Patients presenting with acute pancreatitis are often hypovolemic due to vomiting, reduced oral intake, third spacing of fluids, and diaphoresis. In fact, one expert has written that the minimal intravenous fluid requirements of a 70 kg person during the first 48 hours after admission is already 6 liters without considering intravascular fluid sequestration loss.13 In addition, it is believed that the release of cytokines, chemokines, neutrophils, and macrophages lead to a pro-inflammatory state causing local and systemic inflammation. Such inflammation increases vascular permeability that can lead to hypoperfusion and third spacing of fluids. Often this is profound, as described by Greer and Burchard, “inflammation begets hypoperfusion and hypoperfusion begets inflammation,” leading to a self-propagating cycle that causes vascular dysfunction in both large vessels as well as the microcirculation of the pancreas.14 Early IV fluid resuscitation is essential in correcting hypovolemia, thereby supporting the macro and microcirculation of the pancreas to prevent serious complications such as pancreatic necrosis.
Despite recognition that intravenous fluid resuscitation is an essential component to the early treatment of acute pancreatitis, very few studies have been performed to qualify the effect of this intervention. Banks and colleagues have published numerous papers recognizing the detrimental effect of hemoconcentration on outcomes in acute pancreatitis.15,16,17 In one study of 39 patients, they found that while fluid resuscitation with crystalloid solution was not shown to prevent necrosis, all patients with inadequate fluid resuscitation as evidenced by persistence of hemoconcentration at 24 hours developed necrotizing pancreatitis.17 Eckerwall described in 99 patients admitted with severe acute pancreatitis in Sweden, those receiving 4000 ml or more of fluids during the first 24 hours (n=32) developed more respiratory complications (66% vs. 53%; P< 0.001) as compared to patients who received less than 4000 ml of fluid.18
In a series of patients admitted with severe acute pancreatitis at the Mayo Clinic Rochester using the same definitions of early and late resuscitation, patients in the late resuscitation group experienced significantly greater mortality than those in the early group (17.9% vs. 0%, p< 0.04) and demonstrated a trend toward higher rates of organ failure (42.9% vs. 35.3%) that did not reach statistical significance.8 Recently a multicenter study evaluating the impact of targeted fluid resuscitation volume to serial blood urea nitrogen (BUN) levels vs. standard of care fluid resuscitation was completed; the results have yet to be reported.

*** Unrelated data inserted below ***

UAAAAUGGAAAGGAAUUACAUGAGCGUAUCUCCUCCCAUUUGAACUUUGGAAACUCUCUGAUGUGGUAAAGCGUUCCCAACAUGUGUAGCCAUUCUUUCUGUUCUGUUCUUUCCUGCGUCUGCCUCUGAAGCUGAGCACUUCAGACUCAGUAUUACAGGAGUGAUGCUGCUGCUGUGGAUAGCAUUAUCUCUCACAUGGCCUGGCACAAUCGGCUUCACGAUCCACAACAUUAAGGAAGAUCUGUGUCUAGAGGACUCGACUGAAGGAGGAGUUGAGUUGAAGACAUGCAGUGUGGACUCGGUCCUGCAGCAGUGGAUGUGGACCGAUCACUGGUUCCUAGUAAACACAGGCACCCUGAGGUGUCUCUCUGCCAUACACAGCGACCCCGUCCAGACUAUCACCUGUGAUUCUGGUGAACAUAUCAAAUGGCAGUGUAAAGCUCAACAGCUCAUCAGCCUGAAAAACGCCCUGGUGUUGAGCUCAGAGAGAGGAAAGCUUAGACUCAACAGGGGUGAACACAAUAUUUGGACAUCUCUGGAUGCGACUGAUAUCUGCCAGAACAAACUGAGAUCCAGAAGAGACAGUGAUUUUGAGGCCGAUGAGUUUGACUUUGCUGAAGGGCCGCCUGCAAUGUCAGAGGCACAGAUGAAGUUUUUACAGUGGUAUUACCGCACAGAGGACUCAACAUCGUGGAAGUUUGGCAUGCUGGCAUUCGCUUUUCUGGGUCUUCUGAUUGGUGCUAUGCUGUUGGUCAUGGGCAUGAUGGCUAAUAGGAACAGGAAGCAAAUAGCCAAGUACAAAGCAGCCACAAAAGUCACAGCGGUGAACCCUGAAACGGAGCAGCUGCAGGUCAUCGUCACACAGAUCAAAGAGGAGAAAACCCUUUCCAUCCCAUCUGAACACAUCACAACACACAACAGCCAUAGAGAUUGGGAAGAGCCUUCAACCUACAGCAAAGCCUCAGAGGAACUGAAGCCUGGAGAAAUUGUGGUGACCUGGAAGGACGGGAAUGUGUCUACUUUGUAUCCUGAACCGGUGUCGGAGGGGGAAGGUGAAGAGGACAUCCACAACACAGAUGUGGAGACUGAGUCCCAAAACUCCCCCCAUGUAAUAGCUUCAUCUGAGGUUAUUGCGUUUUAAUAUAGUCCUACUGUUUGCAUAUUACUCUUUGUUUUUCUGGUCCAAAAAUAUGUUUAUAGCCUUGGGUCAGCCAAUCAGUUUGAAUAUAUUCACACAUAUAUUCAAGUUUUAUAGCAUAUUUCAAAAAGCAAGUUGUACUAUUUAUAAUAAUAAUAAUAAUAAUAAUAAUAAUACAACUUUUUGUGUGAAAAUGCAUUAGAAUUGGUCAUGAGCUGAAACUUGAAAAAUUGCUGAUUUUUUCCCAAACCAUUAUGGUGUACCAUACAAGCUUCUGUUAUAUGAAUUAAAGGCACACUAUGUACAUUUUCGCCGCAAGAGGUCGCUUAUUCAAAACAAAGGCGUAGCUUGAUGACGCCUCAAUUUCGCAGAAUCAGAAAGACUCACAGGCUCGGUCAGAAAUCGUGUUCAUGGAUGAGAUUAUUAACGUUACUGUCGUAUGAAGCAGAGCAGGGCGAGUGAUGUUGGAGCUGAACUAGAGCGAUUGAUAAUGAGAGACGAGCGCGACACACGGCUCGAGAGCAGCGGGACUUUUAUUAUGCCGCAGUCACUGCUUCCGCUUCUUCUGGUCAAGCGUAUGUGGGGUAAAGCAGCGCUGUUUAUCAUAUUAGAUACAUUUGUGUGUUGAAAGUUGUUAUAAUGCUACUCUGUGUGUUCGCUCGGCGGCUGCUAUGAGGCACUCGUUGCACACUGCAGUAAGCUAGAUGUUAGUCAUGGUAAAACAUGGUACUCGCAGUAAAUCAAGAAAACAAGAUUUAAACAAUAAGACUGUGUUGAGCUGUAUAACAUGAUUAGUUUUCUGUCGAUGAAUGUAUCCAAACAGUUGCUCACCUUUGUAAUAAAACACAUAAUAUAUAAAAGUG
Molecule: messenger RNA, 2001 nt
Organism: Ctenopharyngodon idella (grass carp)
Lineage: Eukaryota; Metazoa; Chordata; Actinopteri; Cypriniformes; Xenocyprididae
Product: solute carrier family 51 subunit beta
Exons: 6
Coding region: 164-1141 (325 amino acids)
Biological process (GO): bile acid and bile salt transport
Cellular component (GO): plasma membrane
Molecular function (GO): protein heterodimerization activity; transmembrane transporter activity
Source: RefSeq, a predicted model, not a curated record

Given the paucity of human trials, it is not surprising that current guidelines for resuscitation are mostly vague and based almost exclusively on expert opinion.10 Some of the more specific recommendations include bolusing fluids to achieve “hemodynamic stability,” followed by 250–500cc/hr of crystalloid solutions, 250–300cc/hr for 48 hours, to 250–300cc/hr in non-volume depleted patients, 300–500 cc/hr for nonpancreatic fluid loss; and 500 to 1,000 cc/hr for severe depletion.19,13,6
The value of the current study is that it demonstrates the critical importance of early fluid resuscitation in acute pancreatitis, specifically in those with interstitial disease. The results support the dogma that in patients with less severe disease, early fluid resuscitation plays a significant role in preventing the development of severe disease. Conversely, the data suggest that in patients already presenting with severe disease, aggressive fluid resuscitation is unlikely to singularly reverse the clinical course.
There are weaknesses with this study, most importantly that it was retrospective and relied on having accurate measurements of IV fluid administration. However, meticulous attention was paid to eliminating patients with missing or incomplete data, and a number were excluded. Another limitation is the relatively small number of patients admitted with severe acute pancreatitis which limited our ability to draw conclusions in regard to mortality due to probable type II error. While we attempted to control for important confounders, we could not control for advances in care (infection control, improved enteral feedings, etc) that occurred over the course of the 24 year analysis. Adjustment for year or period of admission, which may have confounded the results assuming progressive advancements in volume resuscitation concepts and overall improved ICU care, was not performed.
In addition, due to the retrospective nature of the study, a circular argument can be forwarded – did patients develop a worse outcome due to limited early fluid resuscitation within the first 24 hours or was volume restriction due to certain circumstances associated with a worse outcome such as necrosis? Although efforts were made to establish that the groups were comparable at baseline, biases may have been introduced in this regard.
While the study does not allow for definitive recommendations in regards to the amount or type of fluid resuscitation, it helps qualify the importance of early fluid resuscitation on important clinical markers in acute pancreatitis, particularly those with interstitial disease. Until an effective pharmacologic agent is developed, optimization with intravenous fluids is one of the few interventions which is associated with improved clinically important outcomes in this disease.
Grant Support: Dr. Gardner is supported in part by NIH grant 1K23DK088832-01
Financial Disclosures and Writing Assistance: None
Conflicts of Interest: None
Author Contributions: Study concept and design: AllAcquisition of data: All
Analysis and interpretation of data: Warndorf, Gardner, Gordon, Mackenzie
Drafting of the manuscript: Warndorf, Gardner, Gordon
Critical revision of the manuscript for important intellectual content: All
Statistical analysis: Warndorf, Gardner, Mackenzie
Obtained funding: NA
Administrative, technical, or material support: NA
Study supervision: Gardner and Gordon.